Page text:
Back pain affects people of all shapes, sizes, and professions. In fact, research shows that back pain, especially low back pain, affects over 80% of adults at some point in their lives. And approximately half of adults who experience back pain will experiences it more than once.
Causes for back pain
There isn’t one clear cause for back pain. In a study published in the Journal of Craniovertebral Junction & Spine, researchers did find some commonalities with back pain. After working with over 1,100 men and women, the common causes problems in one or more of these body parts:
- Sacroiliac Joint
The study also found that psychological problems were the root of back pain, especially in patients who were 18 or younger, especially if they were female. This result has been found in other studies connected to low back pain in younger patients, too.
Prevalence of neck pain
Despite the preponderance of low back pain in adults, neck pain is also common. According to a study published in the Journal of Head Neck and Spine Surgery, cervicalgia (neck pain) is common in the workplace. This study revealed that 50% of the international population experiences cervicalgia at some point. “Many persons do not know the correct postures both at work and in domestic life, to sit, to move, to stand, consequently there are no references on right and wrong postures and when you join stress and lack of time with overexertion and poor postural attitudes, that have to be modified, the mediate and immediate result may be harmful…”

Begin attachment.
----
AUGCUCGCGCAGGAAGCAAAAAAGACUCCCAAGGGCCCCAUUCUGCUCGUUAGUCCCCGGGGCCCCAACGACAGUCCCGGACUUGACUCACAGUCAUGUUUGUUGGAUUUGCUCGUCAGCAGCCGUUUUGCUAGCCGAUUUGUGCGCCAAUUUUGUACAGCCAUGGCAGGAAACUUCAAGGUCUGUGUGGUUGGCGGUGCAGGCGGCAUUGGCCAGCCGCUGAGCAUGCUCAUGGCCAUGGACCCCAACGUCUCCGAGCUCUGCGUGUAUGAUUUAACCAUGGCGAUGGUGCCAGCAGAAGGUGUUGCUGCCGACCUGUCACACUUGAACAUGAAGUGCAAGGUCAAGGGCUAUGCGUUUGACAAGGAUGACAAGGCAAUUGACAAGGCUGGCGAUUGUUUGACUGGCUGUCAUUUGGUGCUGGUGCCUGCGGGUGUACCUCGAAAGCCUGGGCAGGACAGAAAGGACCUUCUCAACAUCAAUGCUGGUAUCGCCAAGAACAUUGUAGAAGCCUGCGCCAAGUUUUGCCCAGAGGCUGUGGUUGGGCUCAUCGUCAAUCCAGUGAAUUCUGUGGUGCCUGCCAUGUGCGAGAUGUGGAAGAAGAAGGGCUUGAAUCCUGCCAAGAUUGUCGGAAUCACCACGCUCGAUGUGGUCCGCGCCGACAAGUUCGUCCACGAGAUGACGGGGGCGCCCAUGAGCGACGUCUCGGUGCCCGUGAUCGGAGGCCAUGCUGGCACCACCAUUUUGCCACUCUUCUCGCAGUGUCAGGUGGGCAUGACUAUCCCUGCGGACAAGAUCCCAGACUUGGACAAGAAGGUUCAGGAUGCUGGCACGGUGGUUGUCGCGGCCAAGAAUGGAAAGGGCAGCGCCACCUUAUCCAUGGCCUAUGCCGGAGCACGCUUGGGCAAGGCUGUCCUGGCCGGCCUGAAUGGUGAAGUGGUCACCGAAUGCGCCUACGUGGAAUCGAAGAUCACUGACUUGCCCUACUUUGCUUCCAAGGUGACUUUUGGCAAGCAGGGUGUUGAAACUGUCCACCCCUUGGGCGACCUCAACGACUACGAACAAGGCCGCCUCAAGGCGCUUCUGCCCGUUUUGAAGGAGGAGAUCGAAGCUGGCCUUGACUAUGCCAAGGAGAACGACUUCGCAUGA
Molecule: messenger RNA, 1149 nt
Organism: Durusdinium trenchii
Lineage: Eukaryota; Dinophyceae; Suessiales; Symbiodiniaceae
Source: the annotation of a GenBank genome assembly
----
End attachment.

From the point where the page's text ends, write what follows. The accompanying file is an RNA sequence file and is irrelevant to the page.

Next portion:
Be aware of repetitive movements at work
As adults spend the majority of their days at work and many of them experience back pain, having simple exercises that can help ease back pain and neck pain can help them stay at work and remain productive. There are simple exercises that can be done while seated and while standing. Since repetitive movements can exacerbate back and neck pain, different movements can help. Repetitive movements are not limited to lifting, reaching, or bending. They also include sitting or standing for an extended period of time. So, if you spend most of your day sitting, get up and walk around. If you stand up for most of your work day, find time to sit.
If you sit throughout the day, there are several helpful exercises that help with low back pain and with cervicalgia. Here are some exercises that you can do in your office:
Seated cat-cow stretch
A cat-cow stretch can be done while seated. To do this exercise, put your hands on your knees. With your arms straight, look up and press your chest forwards, stretching the front side of your body. This is the cow stretch. Then, move to the cat stretch, keeping the arms straight and dropping your head. Follow by sucking in the belly and rounding the back behind you, stretching the spine. Repeat this stretch several times throughout the day.
Seated knee to chest stretch